I’ve only ever had one one-night stand and I’ve only ever slept with three men in my life. That’s because, although sex is fun, for me it’s more than a physical thing. I like to have sex with someone that I adore and think is amazing. I’ve never wavered from that.
I always think, from my point of view, there’s no harm in waiting; you don’t need to just have sex. I could be in love with someone the first night, or I could feel like I am, but I wouldn’t have sex on the first night with anyone. That’s because I don’t think it’s necessary really. I don’t go out looking for just sex; I’m more interested in meeting and getting to know the person and if sex comes then that’s because I really like the person.
I guess if you ask me why I’ve been able to stay safe, one of the reasons is my first relationship. I can only put it down to having met a really great person. The other reason is my parent’s relationship: their marriage provided a blueprint and a great structure for me to follow. They’ve been married forever and that’s what I want. I don’t want just sex partners or anything like that. I want a relationship with a person that I appreciate and I can talk to.
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I’ve come close to having unsafe sex and that was enough to scare me enough not to ever put myself in that position again. It was probably because I was on drugs and intoxicated with so much alcohol that I let all my guards down and the only reason why I didn’t go home with this guy was because I was around friends who I was able to trust. And they knew for sure that if I was able to think properly that I would never have gone home with this guy and they pulled me out of that situation.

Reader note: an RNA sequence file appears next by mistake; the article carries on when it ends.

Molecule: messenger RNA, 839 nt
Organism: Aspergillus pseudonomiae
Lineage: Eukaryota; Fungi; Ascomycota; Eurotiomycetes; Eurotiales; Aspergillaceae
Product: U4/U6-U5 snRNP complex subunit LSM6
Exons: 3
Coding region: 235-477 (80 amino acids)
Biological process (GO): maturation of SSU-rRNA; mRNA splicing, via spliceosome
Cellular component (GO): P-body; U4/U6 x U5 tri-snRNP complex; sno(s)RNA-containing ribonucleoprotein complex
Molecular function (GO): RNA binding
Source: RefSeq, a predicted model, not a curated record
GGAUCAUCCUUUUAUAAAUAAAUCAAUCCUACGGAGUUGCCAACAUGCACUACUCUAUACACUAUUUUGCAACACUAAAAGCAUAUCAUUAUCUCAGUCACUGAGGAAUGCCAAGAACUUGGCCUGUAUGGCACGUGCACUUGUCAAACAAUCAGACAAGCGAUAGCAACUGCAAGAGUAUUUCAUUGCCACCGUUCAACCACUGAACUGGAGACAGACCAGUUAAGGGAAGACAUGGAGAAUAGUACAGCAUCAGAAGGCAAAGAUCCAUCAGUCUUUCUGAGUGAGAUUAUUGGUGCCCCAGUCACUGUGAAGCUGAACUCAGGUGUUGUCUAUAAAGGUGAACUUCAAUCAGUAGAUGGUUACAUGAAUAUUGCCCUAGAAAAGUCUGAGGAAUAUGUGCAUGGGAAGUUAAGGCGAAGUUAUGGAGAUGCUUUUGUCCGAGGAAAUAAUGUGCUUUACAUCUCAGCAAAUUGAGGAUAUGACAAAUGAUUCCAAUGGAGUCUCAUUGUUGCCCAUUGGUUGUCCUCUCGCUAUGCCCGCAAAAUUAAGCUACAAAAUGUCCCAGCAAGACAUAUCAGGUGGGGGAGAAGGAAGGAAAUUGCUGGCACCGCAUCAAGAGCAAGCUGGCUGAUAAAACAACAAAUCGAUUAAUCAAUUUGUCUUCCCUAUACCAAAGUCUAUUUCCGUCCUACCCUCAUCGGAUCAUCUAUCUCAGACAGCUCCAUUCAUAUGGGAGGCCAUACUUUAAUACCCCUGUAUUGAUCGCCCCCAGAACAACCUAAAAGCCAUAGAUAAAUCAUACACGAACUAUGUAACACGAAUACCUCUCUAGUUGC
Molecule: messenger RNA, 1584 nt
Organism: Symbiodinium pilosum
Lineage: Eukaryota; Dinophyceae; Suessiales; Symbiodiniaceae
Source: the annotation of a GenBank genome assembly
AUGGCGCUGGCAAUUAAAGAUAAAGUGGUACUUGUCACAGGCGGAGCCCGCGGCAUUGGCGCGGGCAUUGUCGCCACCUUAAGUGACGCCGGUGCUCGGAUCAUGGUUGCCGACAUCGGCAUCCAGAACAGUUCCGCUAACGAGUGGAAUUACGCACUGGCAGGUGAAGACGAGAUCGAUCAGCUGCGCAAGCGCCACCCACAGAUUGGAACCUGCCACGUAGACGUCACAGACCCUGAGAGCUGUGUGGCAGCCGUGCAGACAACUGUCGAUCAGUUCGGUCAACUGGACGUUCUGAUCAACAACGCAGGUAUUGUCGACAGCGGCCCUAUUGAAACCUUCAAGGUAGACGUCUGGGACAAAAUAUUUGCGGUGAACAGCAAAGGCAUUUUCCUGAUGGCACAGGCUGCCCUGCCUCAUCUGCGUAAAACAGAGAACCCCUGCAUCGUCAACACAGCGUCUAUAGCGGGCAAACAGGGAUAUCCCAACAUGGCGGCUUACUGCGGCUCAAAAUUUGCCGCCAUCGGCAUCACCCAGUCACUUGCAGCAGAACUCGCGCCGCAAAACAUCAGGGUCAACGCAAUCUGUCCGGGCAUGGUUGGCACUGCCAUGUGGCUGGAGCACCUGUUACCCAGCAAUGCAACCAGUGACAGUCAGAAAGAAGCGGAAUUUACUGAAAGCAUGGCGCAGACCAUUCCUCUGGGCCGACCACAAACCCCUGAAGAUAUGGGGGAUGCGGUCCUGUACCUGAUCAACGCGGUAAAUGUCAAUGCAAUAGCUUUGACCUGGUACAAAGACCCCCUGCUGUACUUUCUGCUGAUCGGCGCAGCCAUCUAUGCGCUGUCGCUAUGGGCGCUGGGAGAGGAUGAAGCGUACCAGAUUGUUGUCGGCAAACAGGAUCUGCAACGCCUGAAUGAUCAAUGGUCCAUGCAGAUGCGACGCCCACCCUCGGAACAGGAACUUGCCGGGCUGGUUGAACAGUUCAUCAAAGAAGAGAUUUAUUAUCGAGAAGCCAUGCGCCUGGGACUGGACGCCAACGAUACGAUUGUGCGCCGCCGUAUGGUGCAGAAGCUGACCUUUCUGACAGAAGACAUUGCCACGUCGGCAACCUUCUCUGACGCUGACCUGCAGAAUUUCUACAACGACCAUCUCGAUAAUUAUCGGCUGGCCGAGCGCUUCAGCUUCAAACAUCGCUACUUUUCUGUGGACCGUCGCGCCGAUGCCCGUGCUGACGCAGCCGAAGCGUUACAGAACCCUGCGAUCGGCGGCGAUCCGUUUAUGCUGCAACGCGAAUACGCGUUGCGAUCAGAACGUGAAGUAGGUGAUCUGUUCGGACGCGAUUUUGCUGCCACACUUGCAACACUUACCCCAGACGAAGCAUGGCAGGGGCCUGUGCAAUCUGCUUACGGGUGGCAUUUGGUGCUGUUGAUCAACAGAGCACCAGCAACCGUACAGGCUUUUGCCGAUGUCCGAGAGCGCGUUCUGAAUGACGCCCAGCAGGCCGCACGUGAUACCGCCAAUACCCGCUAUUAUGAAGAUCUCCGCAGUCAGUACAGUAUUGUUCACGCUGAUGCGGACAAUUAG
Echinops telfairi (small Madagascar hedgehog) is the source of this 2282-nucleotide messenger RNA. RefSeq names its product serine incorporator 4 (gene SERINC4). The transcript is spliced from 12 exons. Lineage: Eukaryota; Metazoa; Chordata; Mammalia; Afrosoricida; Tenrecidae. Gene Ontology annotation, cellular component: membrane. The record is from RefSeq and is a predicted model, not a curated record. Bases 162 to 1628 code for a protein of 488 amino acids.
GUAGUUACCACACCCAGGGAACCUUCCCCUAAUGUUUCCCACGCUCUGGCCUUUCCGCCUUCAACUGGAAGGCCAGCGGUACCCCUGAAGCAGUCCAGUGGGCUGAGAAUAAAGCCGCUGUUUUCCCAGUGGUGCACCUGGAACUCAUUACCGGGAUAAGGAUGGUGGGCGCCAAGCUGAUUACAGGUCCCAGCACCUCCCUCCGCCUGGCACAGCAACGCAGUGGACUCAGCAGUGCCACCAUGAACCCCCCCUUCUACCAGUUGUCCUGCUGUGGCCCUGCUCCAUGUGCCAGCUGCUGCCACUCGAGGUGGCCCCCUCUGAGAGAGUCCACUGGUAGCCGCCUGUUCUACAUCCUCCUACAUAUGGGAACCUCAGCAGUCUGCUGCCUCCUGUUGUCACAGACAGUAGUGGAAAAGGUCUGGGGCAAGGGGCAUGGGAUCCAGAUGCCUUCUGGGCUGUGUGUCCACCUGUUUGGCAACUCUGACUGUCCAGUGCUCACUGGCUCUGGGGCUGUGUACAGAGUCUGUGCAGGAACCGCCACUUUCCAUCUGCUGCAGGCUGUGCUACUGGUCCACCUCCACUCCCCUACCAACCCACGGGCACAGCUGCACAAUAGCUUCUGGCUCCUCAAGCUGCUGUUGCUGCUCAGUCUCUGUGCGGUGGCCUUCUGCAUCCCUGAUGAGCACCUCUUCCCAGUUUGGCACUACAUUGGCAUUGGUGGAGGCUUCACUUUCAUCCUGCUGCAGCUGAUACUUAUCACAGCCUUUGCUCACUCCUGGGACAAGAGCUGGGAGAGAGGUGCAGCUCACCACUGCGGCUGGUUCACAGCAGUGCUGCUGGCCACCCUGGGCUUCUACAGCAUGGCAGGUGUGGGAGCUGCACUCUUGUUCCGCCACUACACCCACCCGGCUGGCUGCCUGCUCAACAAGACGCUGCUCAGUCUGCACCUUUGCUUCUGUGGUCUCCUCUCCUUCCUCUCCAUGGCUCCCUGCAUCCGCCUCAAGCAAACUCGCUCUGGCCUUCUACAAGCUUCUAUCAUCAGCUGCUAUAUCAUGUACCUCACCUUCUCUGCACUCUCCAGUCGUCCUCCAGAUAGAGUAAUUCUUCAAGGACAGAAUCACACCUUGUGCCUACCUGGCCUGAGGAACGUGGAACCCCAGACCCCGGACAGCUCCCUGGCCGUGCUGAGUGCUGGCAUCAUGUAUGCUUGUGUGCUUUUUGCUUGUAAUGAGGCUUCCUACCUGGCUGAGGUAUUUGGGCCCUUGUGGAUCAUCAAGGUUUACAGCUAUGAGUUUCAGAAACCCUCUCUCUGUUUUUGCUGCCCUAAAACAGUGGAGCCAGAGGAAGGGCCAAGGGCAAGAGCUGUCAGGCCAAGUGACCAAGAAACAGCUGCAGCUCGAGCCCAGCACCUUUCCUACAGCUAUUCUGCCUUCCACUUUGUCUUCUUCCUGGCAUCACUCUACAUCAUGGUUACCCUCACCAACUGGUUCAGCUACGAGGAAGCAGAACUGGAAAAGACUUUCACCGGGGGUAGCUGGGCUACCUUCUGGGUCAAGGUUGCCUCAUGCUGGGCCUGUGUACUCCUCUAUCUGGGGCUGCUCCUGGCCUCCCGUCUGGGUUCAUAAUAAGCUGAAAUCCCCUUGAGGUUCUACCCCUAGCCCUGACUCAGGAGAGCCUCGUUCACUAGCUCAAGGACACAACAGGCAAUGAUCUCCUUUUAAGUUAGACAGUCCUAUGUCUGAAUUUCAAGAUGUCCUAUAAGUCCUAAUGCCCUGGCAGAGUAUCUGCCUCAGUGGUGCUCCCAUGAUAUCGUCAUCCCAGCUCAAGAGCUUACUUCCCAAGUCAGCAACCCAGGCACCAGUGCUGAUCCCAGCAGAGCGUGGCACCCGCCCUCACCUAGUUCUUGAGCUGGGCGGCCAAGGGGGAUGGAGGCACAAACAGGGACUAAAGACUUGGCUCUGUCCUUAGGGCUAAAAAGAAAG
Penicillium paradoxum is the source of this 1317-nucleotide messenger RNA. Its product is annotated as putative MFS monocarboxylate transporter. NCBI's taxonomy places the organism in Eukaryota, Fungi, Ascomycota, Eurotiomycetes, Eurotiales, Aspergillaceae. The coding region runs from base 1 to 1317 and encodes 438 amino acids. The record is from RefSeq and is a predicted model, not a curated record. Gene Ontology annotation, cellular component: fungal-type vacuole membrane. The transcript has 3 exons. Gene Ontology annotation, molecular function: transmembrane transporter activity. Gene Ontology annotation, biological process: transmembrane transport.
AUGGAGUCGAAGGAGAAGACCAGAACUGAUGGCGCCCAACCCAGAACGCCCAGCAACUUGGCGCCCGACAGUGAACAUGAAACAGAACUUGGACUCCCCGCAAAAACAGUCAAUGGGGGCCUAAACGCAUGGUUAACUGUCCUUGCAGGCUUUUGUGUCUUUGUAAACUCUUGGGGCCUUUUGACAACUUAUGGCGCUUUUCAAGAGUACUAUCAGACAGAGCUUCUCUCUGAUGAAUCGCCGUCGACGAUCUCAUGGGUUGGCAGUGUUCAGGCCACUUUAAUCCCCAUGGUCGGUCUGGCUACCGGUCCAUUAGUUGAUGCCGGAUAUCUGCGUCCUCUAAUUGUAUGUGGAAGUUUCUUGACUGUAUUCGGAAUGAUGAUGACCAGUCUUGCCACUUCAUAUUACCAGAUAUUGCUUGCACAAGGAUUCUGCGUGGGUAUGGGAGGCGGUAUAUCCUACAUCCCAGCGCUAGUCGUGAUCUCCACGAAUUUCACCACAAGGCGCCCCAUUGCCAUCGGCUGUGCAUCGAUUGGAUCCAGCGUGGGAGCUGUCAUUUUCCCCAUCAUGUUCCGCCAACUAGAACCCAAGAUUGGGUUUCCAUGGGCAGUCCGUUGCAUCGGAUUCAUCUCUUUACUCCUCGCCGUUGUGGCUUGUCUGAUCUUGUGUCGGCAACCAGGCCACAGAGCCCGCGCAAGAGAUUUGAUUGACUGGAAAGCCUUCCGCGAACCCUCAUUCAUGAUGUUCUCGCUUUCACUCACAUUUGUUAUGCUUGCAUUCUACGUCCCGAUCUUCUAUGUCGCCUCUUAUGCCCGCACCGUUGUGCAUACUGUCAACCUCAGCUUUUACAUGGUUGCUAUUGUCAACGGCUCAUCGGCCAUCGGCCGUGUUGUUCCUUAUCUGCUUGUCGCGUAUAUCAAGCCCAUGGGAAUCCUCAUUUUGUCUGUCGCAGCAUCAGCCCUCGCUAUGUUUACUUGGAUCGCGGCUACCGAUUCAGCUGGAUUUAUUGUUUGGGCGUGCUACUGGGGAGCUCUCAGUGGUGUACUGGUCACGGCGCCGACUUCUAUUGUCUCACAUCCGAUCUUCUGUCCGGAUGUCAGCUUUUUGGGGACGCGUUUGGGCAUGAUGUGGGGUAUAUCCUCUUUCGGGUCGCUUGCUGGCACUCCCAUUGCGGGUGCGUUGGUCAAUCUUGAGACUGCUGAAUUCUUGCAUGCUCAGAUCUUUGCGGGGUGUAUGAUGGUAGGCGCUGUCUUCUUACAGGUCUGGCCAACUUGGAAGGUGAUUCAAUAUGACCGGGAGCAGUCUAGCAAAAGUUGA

It was at one of those Docklands New Year’s Eve parties. I tell my friends all the time that I never want to have a one night stand, so the fact that I was going to have one was enough for them to realise that I was, well, they knew what I had taken. One of them, the designated driver, hadn’t taken anything, so he knew. Usually, when we do all go out, there’s always one who’s the designated driver or ok or sober to take care of the crazy ones. We take it in turns.
I have a circle of friends that I wouldn’t say go and have lots of one-night stands. I’ve just been drawn towards that sort of crowd. When I was younger, when I was about 18 or 19 and I was doing my crazy days going to nightclubs, I did have a group of friends that did go to beats and they would tell me all sorts of stories that blew my mind. Those friendships never lasted. At the time I just felt that they were in a different world to mine and I found their stories really tiresome, you know, coming up and telling me about their latest conquest or escapade. It just had no interest for me.
My friends share the same philosophies as me, absolutely. Actually, most of them would. There’s some that surprise me and have had unsafe sex - which I cannot believe they have done. They have scared themselves, because having unsafe sex makes going through the motions of getting tested for HIV and all that sort of thing very scary for them and their friends. I don’t want to be put in that position and I don’t want my friends to be put in that position, which steels me not to have unsafe sex. In fact, I’ve never been for an HIV test because I’ve felt like there was never any point. I feel like I’ve never had a risk, so I feel like there’s no point in having a test.